We are working to find ways to further speed up build rates in the city. The diagram below highlights some of the factors we have identified.
What’s next for the HLADP?
We will be using the HLADP to update our next Local Development Plan Action Programme. We’re also doing work to identify potential interventions to increase the delivery of housing. That will be reported next year.
Look out for our next blog post about a housing site currently under construction in the city.
Liz’s talk focused on the process of co-design with the local community in Craigmillar which led to the final plans for a new park in Greendykes. This involved learning from local knowledge and organisations to give them a strong voice in the design process and shape a new park based on people’s needs.
The engagement process for the park started before any design was prepared. At the first community drop-in session held in Craigmillar Library, people choose images that spoke to them about what the future park could be.
People weren’t asked for a shopping list of items but how they would like to use the park, so that the designers could plan for these activities and functions according to the house builders’ budget.
Here+Now did a walkabout with P5 school children to discuss their hopes for the park and the children will continue to be involved as the park is built. This will include painting colourful ‘totem’ stakes for the park’s orchard trees.
Early designs for the park were presented at a sociable Christmas event in the library with festive wreath and decoration making. The park design will include feature trees to give it a sense of place, re-using some of the planting from the temporary greening at Edinburgh Quay.
Thank you to A+DS for use of their boardroom to hold the event.
Ian Mackenzie from Scottish Wildlife Trust gave the second in a series of talks to raise awareness of Open Space 2021, Edinburgh’s new Open Space Strategy. Ian manages the Trust’s Living Landscape programme across Scotland.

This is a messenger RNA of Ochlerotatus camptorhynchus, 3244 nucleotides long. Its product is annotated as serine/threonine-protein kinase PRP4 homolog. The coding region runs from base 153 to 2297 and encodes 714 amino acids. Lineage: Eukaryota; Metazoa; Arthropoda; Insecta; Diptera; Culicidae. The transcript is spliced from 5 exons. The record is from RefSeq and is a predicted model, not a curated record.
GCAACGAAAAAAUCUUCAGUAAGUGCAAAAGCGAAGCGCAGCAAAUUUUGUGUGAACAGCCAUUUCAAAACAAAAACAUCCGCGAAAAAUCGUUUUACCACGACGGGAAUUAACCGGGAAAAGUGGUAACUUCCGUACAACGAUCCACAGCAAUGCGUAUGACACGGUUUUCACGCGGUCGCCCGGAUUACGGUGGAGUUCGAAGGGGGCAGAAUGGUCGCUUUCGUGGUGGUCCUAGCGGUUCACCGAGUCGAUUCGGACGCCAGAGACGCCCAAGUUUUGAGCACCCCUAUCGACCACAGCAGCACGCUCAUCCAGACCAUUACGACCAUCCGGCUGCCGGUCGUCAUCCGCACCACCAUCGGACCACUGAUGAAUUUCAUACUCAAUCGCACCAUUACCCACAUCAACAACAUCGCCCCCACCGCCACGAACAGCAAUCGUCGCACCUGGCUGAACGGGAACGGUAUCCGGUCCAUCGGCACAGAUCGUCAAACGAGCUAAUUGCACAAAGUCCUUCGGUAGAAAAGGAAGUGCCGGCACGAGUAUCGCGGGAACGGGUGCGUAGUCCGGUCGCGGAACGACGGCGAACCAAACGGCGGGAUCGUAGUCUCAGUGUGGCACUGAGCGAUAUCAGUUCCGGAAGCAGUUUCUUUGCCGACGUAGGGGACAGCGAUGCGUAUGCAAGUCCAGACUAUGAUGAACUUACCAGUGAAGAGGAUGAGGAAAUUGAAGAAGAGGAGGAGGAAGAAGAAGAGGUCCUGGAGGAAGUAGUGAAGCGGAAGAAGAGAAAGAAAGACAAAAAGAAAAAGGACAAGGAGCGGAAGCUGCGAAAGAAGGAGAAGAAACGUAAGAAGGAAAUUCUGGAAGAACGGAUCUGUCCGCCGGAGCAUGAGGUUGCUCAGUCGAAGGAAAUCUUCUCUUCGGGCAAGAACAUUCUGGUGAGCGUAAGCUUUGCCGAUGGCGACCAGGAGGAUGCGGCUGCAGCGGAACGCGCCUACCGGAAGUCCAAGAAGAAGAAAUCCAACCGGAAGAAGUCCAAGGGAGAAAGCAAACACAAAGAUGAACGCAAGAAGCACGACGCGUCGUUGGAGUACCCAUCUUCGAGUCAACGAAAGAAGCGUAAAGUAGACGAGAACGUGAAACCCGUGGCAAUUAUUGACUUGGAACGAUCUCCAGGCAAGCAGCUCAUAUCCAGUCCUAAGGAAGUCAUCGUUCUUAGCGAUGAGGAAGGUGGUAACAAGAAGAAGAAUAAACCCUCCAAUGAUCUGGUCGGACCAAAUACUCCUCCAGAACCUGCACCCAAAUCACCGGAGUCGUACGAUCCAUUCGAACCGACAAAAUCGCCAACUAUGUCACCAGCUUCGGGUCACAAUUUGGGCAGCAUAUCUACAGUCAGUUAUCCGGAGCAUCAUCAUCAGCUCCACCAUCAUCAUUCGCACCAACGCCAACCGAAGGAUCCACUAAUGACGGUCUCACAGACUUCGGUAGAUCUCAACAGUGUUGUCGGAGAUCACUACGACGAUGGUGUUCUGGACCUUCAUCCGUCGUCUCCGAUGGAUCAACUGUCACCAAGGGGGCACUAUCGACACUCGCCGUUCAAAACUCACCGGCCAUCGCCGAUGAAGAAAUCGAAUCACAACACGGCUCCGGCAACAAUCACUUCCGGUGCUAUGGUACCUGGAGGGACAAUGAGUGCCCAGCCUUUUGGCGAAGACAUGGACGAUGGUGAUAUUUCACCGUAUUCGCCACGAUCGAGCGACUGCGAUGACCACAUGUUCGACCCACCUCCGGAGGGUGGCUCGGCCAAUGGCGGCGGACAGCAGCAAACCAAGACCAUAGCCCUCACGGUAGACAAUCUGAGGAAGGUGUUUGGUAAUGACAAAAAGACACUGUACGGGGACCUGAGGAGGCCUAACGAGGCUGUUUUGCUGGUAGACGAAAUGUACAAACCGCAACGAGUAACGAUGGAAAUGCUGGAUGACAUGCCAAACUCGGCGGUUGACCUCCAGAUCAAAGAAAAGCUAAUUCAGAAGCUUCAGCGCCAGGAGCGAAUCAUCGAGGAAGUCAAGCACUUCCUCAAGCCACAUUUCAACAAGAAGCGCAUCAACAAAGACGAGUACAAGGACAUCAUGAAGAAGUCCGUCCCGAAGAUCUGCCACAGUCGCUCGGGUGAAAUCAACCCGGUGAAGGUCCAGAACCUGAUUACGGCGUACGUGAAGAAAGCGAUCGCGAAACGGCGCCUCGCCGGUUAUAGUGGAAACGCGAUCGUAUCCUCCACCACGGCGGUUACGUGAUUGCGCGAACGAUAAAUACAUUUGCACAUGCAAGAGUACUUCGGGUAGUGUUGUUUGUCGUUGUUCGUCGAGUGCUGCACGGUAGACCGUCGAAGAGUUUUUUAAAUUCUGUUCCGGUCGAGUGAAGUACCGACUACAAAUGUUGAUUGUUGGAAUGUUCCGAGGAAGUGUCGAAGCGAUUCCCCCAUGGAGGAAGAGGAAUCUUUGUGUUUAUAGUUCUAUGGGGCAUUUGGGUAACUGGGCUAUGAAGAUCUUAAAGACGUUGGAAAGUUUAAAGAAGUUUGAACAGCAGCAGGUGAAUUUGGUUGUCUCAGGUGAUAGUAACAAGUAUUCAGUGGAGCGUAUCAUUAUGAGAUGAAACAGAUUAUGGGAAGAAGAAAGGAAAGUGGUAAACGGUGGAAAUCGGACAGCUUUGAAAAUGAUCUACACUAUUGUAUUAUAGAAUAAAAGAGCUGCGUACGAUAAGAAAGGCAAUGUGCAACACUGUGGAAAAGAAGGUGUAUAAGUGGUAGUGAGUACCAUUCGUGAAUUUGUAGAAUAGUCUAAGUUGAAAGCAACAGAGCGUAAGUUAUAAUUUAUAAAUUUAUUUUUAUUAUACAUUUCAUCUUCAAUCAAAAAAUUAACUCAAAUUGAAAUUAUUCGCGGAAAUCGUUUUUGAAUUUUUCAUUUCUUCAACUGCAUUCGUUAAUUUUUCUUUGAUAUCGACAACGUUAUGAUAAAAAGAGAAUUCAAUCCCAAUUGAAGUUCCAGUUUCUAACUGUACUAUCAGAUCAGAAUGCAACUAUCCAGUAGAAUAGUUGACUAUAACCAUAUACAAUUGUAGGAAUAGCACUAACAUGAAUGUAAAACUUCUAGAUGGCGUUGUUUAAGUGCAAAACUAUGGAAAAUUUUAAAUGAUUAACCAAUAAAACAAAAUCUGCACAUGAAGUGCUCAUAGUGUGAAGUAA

The Edinburgh Living Landscape is a unique urban project, involving the Council, Scottish Wildlife Trust, Edinburgh and Lothians Greenspace Trust, Royal Botanic Garden Edinburgh, University of Edinburgh and GreenSurge.
It aims to create, restore and connect green areas in the city to make attractive and biodiverse landscapes, enjoyed by residents and visitors. Landscapes will be healthy, nature rich and resilient to climate change.
Working with local communities, over 70 meadows have been created in Council parks and greenspaces, using a mix of species suited to the city. Other measures include:
reducing how often some areas of grass are cut and allowing natural grassland to thrive;
mowing pathways through areas of longer grass so they can still be explored and enjoyed;
tree planting and creating woodlands;
increasing our use of herbaceous perennial planting; and
Ian showed a map of the city which marked the best places for pollinating insects like bees, flies, moths, butterflies and beetles to thrive. The map will guide the growth of Edinburgh’s network for nature, both in Council parks and in new developments.